Archive for July 8, 2018

Ephemeris Extra – Occultation of Aldebaran visible from the Upper Peninsula and the tip of northern lower Michigan

July 8, 2018 Comments off

In the early morning hours of July 10th the very northern part of the IPR listening area will have a chance to see the last occultation of the bright star Aldebaran for at last 15 years. An occultation is where the Moon in this case passes in front of or occults a planet or a star. In astronomy occult means to hide. The event is an occultation. There is no black magic involved. It will be a grazing event, with Aldebaran popping in and out of view at the mountains and valleys at the southern edge of the Moon along a line running south of Mackinaw City and across the eastern tip of the Upper Peninsula.

Occultation of Aldebaran map

The Straits of Mackinac area showing the green southern graze line of the Occultation of Aldebaran. Credit Map Google Earth, Graze line by Occult 4.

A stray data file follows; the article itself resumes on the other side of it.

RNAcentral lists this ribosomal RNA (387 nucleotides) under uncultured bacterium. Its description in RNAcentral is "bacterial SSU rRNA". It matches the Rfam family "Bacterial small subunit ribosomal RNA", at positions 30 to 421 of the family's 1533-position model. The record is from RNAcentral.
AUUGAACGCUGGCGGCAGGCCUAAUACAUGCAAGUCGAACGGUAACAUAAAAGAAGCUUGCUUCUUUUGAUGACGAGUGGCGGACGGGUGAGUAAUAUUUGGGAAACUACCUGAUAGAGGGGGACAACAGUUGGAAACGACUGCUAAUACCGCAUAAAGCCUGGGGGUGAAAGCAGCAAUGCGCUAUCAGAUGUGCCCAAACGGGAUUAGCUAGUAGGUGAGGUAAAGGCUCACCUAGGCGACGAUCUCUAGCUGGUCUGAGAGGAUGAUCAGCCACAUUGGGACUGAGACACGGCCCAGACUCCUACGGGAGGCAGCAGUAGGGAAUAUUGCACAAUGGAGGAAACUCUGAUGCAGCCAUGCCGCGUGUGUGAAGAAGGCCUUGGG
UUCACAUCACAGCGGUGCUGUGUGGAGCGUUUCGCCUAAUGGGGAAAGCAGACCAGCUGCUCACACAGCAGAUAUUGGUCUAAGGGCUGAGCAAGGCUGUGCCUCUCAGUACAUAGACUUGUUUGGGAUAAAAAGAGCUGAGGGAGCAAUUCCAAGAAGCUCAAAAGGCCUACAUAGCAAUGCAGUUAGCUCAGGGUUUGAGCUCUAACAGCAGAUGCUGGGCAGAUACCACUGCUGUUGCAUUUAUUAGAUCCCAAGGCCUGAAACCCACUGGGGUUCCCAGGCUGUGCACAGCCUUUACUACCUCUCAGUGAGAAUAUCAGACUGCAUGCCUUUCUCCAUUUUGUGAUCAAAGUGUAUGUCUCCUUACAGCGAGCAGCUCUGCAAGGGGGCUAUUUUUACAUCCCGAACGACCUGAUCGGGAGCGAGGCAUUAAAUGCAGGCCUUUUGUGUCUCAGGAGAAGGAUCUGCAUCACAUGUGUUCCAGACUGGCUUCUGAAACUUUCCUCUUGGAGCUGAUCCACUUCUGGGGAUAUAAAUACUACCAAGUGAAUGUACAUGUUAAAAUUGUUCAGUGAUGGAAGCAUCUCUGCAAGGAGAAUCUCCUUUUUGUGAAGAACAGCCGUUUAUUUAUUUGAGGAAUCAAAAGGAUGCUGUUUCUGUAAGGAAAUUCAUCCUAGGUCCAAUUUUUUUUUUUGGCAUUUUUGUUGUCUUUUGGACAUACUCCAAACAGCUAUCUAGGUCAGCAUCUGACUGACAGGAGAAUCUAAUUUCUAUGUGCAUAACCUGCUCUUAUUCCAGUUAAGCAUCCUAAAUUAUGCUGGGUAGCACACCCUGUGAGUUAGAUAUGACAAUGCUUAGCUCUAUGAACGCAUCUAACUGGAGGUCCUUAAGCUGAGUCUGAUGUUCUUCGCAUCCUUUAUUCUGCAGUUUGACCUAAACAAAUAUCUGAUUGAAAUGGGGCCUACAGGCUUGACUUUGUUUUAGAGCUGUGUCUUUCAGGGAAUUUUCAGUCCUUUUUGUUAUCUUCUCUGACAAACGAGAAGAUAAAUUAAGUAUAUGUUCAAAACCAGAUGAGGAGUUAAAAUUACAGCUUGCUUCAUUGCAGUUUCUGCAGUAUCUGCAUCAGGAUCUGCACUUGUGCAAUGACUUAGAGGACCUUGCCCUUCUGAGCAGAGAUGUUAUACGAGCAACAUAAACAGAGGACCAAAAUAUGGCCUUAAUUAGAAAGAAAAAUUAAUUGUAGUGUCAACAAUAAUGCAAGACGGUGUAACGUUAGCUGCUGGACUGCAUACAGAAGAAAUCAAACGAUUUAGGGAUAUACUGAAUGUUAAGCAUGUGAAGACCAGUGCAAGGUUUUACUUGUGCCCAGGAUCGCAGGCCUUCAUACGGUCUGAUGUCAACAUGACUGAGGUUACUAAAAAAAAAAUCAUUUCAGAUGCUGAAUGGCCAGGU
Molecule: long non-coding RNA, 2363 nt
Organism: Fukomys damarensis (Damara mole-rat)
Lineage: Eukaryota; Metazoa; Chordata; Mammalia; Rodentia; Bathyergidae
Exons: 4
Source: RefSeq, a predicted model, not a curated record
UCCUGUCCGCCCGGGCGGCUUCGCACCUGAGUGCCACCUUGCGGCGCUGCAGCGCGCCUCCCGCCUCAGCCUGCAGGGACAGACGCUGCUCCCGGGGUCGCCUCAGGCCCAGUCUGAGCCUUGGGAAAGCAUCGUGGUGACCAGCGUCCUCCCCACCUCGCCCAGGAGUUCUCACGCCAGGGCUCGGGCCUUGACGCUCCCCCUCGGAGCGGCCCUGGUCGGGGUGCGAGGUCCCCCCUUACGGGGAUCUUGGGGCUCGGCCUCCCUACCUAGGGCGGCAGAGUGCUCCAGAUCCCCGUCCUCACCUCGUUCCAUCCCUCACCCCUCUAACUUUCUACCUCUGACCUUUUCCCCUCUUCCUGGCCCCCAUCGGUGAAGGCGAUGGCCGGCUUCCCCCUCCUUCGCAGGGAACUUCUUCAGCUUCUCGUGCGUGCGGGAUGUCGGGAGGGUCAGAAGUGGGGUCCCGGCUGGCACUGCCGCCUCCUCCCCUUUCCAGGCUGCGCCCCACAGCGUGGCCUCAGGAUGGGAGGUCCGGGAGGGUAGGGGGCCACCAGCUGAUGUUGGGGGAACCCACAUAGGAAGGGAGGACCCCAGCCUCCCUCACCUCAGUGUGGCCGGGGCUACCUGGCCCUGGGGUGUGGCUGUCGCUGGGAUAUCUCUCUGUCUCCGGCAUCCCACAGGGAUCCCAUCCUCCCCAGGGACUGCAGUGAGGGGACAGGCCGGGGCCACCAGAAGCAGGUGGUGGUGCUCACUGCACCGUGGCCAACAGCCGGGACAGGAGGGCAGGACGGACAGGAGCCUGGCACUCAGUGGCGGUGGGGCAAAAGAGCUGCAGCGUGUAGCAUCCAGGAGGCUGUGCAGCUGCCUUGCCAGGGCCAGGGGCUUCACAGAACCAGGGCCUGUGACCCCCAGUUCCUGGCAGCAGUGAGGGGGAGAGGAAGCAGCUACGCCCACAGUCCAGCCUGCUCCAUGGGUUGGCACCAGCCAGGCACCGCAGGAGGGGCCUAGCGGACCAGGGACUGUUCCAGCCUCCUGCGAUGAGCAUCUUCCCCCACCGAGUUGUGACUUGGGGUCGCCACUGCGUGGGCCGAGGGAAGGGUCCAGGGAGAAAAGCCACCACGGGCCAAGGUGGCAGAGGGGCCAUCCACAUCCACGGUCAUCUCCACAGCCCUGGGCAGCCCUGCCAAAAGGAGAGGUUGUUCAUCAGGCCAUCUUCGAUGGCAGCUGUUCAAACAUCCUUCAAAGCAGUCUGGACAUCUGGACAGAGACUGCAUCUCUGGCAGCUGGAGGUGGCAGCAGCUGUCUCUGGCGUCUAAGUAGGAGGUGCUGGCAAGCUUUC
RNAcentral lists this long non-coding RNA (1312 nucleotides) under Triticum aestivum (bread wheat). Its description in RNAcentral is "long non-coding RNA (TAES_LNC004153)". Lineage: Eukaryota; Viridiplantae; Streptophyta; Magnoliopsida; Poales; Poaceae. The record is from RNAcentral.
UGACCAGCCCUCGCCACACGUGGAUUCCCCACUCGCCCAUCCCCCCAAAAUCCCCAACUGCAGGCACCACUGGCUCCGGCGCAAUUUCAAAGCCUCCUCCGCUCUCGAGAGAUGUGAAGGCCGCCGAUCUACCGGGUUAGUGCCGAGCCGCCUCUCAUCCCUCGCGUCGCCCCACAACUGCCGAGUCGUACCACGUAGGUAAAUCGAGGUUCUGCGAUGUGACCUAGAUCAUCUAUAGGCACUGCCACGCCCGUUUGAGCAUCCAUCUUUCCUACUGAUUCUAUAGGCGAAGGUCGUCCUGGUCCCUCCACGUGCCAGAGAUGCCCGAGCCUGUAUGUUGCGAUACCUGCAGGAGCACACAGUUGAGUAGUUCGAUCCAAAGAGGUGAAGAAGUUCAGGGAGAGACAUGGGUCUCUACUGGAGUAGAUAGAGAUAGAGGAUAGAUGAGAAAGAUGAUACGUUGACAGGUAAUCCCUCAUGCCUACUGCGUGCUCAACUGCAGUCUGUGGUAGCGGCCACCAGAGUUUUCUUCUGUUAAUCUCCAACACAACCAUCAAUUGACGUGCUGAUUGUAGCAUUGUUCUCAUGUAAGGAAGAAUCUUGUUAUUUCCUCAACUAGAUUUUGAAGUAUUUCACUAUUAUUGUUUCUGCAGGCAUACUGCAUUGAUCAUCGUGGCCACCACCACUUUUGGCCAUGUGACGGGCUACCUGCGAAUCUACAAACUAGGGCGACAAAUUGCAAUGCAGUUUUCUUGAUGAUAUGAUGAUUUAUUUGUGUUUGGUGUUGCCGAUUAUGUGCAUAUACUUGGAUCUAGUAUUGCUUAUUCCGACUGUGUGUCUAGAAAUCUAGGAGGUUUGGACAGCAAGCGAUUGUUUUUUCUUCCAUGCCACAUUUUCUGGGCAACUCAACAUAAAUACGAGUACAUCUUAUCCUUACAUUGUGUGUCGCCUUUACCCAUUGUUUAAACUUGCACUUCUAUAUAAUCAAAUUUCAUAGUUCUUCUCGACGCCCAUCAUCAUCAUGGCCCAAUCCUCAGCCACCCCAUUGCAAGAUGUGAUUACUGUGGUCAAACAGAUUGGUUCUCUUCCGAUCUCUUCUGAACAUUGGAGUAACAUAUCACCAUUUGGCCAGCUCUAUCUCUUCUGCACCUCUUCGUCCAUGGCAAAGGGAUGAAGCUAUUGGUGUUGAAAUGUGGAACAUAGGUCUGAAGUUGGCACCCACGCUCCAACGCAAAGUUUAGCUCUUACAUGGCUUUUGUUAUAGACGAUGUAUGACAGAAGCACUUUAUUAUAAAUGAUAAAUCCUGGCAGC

It’s a clear miss for the Interlochen area, with the star skirting the Moon at it’s 5 o’clock position. The time of the event will be near 4:38 a.m. with the maximum time of the event increasing from west to east at nearly 2,000 miles an hour. At that time the Moon and Aldebaran will be low in the east-northeast and only 7 degrees above the horizon.

Moon and Aldebaran finder chart

Location of the Moon and Aldebaran in the sky at 4:38 a.m. July 10, 2018 from the Interlochen/Traverse City area.

More information on this occultation from Sky and Telescope is here.
This will be the last occultation of Aldebaran visible from around here for the next 15 years. However starting in 5 years there will be a monthly series of occultations of the bright star Regulus, and the next year a series of occultations of the star Spica will begin. That’s just for the Moon with bright stars. The Moon occults many dimmer stars a month. A very important field of occultations is the observation of occultations of asteroids and Kuiper belt objects to discover their size, shape, any satellites and whether they have rings. Go to the International Occultation Timing Association for more information.

Hat tip to Jerry Dobek, Director of the Joseph H. Rogers Observatory